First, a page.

Driverless cars approved for deployment without a “natural human” in California

Signal of change / Driverless cars approved for deployment without a “natural human” in California

By Shola Powell / 07 Mar 2018

California has approved new rules which allow driverless cars without a human operator on the road. The state’s Department of Motor Vehicles (DMV) has developed new rules over the past 3 years to allow car manufacturers and tech companies to test and deploy autonomous vehicles without a person inside the car. Previously an operator was mandated to be behind the wheel in case of an emergency, however with these new rules designers can create vehicles without a steering wheel, brake, or accelerator pedal. Manufacturers must prove to the DMV that their technology is safe and resistant to cyber attacks, but the DMV may start issuing permits as soon as April 2nd.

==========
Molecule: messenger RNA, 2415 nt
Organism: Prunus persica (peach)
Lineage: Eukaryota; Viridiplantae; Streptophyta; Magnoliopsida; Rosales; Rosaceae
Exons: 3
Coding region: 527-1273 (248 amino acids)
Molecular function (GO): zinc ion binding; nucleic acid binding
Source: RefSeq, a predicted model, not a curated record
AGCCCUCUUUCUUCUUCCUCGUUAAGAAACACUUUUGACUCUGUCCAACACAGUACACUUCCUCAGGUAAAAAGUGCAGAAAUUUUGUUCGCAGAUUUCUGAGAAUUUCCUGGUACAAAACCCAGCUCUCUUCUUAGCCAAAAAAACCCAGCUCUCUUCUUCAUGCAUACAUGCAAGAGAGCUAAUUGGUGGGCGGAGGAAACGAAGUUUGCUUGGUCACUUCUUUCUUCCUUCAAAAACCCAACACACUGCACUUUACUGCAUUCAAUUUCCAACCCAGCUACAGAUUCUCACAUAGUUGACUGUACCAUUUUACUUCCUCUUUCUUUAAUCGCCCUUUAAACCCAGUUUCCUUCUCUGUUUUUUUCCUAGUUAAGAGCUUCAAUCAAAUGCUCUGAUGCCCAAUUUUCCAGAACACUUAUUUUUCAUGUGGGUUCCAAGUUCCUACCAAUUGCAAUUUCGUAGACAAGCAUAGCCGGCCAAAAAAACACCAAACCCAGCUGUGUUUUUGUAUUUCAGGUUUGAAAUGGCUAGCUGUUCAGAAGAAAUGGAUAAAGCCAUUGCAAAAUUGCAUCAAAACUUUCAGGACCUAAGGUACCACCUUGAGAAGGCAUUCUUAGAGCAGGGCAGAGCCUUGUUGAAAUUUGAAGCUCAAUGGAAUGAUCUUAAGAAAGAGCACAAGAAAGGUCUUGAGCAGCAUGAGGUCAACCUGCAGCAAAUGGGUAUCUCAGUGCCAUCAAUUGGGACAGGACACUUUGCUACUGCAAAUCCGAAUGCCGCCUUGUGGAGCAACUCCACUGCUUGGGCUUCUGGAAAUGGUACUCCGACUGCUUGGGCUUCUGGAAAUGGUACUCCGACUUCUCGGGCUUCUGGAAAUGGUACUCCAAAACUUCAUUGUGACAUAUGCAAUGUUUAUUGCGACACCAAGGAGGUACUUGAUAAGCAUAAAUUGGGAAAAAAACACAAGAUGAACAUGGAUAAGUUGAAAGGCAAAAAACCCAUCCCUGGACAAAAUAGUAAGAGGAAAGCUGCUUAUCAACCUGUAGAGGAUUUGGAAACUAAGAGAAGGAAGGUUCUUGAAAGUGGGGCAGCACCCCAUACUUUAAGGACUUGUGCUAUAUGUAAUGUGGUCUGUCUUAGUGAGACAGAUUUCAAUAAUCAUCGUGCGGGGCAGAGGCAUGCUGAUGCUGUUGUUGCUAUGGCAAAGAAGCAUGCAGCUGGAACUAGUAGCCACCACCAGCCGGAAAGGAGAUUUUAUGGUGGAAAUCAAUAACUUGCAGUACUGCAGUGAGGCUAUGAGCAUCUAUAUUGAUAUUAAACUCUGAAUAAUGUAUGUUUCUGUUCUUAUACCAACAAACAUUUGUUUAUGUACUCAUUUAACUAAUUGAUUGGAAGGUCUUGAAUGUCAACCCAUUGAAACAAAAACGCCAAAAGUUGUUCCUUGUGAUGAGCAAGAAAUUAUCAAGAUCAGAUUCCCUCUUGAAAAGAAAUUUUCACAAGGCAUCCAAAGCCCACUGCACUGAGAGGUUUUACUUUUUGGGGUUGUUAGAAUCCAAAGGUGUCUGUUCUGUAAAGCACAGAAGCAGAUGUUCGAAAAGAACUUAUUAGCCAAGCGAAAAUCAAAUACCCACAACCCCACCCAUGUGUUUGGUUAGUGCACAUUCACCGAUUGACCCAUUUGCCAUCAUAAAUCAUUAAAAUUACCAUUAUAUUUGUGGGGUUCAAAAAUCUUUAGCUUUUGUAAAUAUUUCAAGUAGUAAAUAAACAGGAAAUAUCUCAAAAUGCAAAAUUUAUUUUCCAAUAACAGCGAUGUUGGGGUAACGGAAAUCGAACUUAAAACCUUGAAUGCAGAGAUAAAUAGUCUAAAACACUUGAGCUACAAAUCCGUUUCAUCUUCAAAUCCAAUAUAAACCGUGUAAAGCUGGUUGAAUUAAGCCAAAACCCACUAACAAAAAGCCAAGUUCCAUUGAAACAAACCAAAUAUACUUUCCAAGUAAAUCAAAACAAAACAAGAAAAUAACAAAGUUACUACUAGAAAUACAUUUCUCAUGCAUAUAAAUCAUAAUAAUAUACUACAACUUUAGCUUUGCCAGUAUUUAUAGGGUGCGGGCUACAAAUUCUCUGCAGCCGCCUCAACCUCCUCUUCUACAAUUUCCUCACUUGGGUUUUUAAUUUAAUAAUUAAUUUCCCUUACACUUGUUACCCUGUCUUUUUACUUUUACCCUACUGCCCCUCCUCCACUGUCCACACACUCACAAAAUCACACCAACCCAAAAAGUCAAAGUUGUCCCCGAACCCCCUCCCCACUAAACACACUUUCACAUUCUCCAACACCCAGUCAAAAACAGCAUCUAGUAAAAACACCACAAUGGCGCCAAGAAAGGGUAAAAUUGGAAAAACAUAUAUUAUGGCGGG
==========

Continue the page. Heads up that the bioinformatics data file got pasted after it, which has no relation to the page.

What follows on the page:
So what?

This is a big step forward in developing driverless cars technology and proponents have argued that self-driving cars would create new transportation options for the elderly and disabled people. The development in laws makes California the leading state in the US for the number of companies testing autonomous cars on the road, from global car manufacturers to small start-ups in Silicon Valley. Ford has also announced that it is working with food delivery services such as Domino’s Pizza and Postmates to investigate the possibility of delivering pizza, or groceries to customers.



What might the implications of this be? What related signals of change have you seen?

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